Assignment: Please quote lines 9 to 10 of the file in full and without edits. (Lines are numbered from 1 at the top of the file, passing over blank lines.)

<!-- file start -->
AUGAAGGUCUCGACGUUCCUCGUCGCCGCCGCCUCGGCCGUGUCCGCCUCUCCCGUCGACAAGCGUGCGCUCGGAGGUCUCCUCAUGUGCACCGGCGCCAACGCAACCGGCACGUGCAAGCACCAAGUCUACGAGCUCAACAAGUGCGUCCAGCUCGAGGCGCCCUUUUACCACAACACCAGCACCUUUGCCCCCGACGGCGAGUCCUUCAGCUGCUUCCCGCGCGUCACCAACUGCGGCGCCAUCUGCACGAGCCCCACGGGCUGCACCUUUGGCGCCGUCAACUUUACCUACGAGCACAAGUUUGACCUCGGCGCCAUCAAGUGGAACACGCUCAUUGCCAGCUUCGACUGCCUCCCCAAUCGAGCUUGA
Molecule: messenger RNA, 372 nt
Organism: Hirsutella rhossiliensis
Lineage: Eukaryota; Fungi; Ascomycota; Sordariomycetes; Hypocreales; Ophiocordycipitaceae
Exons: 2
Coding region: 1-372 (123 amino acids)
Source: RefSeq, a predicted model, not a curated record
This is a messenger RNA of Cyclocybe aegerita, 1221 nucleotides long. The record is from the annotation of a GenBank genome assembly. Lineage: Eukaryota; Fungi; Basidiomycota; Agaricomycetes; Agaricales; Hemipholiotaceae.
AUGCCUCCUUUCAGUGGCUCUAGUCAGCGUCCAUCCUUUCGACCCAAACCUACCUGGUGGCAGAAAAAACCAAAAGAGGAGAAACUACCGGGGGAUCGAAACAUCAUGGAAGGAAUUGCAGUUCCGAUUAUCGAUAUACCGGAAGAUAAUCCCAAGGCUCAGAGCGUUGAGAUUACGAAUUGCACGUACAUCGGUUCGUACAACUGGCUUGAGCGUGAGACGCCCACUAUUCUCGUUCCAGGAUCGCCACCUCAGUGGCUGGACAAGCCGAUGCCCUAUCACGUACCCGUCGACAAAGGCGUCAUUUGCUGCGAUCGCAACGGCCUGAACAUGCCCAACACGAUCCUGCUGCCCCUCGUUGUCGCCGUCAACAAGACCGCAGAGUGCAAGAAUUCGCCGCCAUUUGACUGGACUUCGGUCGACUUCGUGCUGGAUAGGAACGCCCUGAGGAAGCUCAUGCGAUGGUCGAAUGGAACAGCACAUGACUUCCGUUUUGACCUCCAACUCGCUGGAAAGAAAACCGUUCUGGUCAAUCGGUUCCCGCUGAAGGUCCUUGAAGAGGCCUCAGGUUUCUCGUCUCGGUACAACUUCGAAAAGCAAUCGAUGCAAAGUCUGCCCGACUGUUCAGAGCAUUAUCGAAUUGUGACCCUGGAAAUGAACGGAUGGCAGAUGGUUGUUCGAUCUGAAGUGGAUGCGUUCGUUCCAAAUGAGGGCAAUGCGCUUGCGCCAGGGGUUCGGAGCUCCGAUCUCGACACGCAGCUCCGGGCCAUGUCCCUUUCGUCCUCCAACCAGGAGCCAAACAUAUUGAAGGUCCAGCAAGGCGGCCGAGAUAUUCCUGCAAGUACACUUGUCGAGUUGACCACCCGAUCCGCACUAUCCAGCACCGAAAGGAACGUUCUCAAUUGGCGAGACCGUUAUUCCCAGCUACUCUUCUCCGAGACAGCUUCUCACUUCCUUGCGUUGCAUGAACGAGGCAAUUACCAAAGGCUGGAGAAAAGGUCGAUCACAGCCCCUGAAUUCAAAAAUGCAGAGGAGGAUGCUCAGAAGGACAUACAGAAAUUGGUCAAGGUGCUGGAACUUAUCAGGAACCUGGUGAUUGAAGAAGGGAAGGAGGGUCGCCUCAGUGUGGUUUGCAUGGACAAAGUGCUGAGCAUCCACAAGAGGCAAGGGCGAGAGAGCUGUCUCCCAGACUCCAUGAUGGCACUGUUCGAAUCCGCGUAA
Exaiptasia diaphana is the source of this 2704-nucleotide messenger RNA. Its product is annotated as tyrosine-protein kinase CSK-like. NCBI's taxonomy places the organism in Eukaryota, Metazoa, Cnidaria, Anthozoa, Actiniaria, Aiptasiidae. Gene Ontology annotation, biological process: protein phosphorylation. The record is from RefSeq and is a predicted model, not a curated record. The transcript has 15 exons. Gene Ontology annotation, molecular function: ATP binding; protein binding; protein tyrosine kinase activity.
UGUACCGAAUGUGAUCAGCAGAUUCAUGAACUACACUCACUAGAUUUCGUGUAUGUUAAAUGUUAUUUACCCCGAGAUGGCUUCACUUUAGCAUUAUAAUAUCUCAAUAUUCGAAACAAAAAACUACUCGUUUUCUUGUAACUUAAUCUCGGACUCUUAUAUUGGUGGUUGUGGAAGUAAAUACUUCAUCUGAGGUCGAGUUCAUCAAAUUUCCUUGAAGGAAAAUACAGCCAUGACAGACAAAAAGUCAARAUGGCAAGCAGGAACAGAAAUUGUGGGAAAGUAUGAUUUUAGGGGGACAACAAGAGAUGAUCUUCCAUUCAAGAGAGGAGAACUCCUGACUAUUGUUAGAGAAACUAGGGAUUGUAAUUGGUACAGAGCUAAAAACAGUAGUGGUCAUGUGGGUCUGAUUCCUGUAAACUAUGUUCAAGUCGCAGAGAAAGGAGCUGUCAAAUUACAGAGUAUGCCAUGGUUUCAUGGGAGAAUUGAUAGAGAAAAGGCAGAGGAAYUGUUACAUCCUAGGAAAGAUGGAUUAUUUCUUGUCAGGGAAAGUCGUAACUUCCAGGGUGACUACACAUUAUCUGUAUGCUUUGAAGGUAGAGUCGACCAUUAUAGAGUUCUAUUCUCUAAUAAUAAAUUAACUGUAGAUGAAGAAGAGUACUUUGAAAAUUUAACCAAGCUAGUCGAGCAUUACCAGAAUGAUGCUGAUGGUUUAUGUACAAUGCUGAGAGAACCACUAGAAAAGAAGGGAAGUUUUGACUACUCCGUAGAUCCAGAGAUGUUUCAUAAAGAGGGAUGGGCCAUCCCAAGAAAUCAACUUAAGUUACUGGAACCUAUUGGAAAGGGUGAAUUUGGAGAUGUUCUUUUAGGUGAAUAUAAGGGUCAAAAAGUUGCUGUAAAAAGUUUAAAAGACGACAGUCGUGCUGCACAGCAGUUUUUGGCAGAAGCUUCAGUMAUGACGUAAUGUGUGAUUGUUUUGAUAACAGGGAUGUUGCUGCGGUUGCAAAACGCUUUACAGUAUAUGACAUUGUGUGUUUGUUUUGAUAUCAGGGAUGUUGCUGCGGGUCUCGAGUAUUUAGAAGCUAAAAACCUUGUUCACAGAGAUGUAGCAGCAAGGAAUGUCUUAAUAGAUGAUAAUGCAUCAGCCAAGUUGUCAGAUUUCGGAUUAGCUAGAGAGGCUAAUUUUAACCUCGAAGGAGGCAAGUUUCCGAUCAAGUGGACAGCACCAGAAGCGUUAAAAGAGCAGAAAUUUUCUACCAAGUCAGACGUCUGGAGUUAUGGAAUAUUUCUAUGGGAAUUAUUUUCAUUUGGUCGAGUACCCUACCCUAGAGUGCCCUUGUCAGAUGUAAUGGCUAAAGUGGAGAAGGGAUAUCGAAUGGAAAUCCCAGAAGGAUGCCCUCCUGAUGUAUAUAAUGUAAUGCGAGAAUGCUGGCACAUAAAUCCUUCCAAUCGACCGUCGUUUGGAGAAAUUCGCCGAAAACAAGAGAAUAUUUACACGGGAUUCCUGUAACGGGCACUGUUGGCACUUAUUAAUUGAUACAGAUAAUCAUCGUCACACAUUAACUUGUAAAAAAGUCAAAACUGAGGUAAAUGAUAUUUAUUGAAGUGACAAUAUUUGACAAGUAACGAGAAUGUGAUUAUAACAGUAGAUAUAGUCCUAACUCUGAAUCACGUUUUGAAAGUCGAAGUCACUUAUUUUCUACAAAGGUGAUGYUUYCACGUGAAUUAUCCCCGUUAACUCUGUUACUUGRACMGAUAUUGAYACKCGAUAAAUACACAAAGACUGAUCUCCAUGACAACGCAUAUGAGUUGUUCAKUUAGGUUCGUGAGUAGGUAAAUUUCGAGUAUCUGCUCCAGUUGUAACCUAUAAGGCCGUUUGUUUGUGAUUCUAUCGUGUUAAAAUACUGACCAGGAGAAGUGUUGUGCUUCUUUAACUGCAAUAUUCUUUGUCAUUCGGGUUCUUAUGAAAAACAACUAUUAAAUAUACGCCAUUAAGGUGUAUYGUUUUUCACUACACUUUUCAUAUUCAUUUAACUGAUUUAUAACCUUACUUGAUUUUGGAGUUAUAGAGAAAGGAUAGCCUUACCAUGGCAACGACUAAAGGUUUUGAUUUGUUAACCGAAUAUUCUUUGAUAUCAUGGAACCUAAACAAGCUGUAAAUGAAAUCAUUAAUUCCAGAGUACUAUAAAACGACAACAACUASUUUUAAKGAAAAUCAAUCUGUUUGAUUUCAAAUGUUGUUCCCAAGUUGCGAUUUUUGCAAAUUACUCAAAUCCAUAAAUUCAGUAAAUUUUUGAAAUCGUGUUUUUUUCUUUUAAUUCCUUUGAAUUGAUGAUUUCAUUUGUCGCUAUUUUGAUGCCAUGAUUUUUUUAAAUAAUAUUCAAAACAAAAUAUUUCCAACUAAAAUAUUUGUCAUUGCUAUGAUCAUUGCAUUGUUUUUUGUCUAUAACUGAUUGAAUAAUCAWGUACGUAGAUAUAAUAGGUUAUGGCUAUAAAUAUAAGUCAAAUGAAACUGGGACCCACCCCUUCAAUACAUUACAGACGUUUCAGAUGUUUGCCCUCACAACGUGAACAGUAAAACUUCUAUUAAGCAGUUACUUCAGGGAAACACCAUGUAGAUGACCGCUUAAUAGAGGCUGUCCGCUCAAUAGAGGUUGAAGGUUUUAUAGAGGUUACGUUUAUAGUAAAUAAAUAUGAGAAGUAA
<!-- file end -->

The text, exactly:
AUGCCUCCUUUCAGUGGCUCUAGUCAGCGUCCAUCCUUUCGACCCAAACCUACCUGGUGGCAGAAAAAACCAAAAGAGGAGAAACUACCGGGGGAUCGAAACAUCAUGGAAGGAAUUGCAGUUCCGAUUAUCGAUAUACCGGAAGAUAAUCCCAAGGCUCAGAGCGUUGAGAUUACGAAUUGCACGUACAUCGGUUCGUACAACUGGCUUGAGCGUGAGACGCCCACUAUUCUCGUUCCAGGAUCGCCACCUCAGUGGCUGGACAAGCCGAUGCCCUAUCACGUACCCGUCGACAAAGGCGUCAUUUGCUGCGAUCGCAACGGCCUGAACAUGCCCAACACGAUCCUGCUGCCCCUCGUUGUCGCCGUCAACAAGACCGCAGAGUGCAAGAAUUCGCCGCCAUUUGACUGGACUUCGGUCGACUUCGUGCUGGAUAGGAACGCCCUGAGGAAGCUCAUGCGAUGGUCGAAUGGAACAGCACAUGACUUCCGUUUUGACCUCCAACUCGCUGGAAAGAAAACCGUUCUGGUCAAUCGGUUCCCGCUGAAGGUCCUUGAAGAGGCCUCAGGUUUCUCGUCUCGGUACAACUUCGAAAAGCAAUCGAUGCAAAGUCUGCCCGACUGUUCAGAGCAUUAUCGAAUUGUGACCCUGGAAAUGAACGGAUGGCAGAUGGUUGUUCGAUCUGAAGUGGAUGCGUUCGUUCCAAAUGAGGGCAAUGCGCUUGCGCCAGGGGUUCGGAGCUCCGAUCUCGACACGCAGCUCCGGGCCAUGUCCCUUUCGUCCUCCAACCAGGAGCCAAACAUAUUGAAGGUCCAGCAAGGCGGCCGAGAUAUUCCUGCAAGUACACUUGUCGAGUUGACCACCCGAUCCGCACUAUCCAGCACCGAAAGGAACGUUCUCAAUUGGCGAGACCGUUAUUCCCAGCUACUCUUCUCCGAGACAGCUUCUCACUUCCUUGCGUUGCAUGAACGAGGCAAUUACCAAAGGCUGGAGAAAAGGUCGAUCACAGCCCCUGAAUUCAAAAAUGCAGAGGAGGAUGCUCAGAAGGACAUACAGAAAUUGGUCAAGGUGCUGGAACUUAUCAGGAACCUGGUGAUUGAAGAAGGGAAGGAGGGUCGCCUCAGUGUGGUUUGCAUGGACAAAGUGCUGAGCAUCCACAAGAGGCAAGGGCGAGAGAGCUGUCUCCCAGACUCCAUGAUGGCACUGUUCGAAUCCGCGUAA
Exaiptasia diaphana is the source of this 2704-nucleotide messenger RNA. Its product is annotated as tyrosine-protein kinase CSK-like. NCBI's taxonomy places the organism in Eukaryota, Metazoa, Cnidaria, Anthozoa, Actiniaria, Aiptasiidae. Gene Ontology annotation, biological process: protein phosphorylation. The record is from RefSeq and is a predicted model, not a curated record. The transcript has 15 exons. Gene Ontology annotation, molecular function: ATP binding; protein binding; protein tyrosine kinase activity.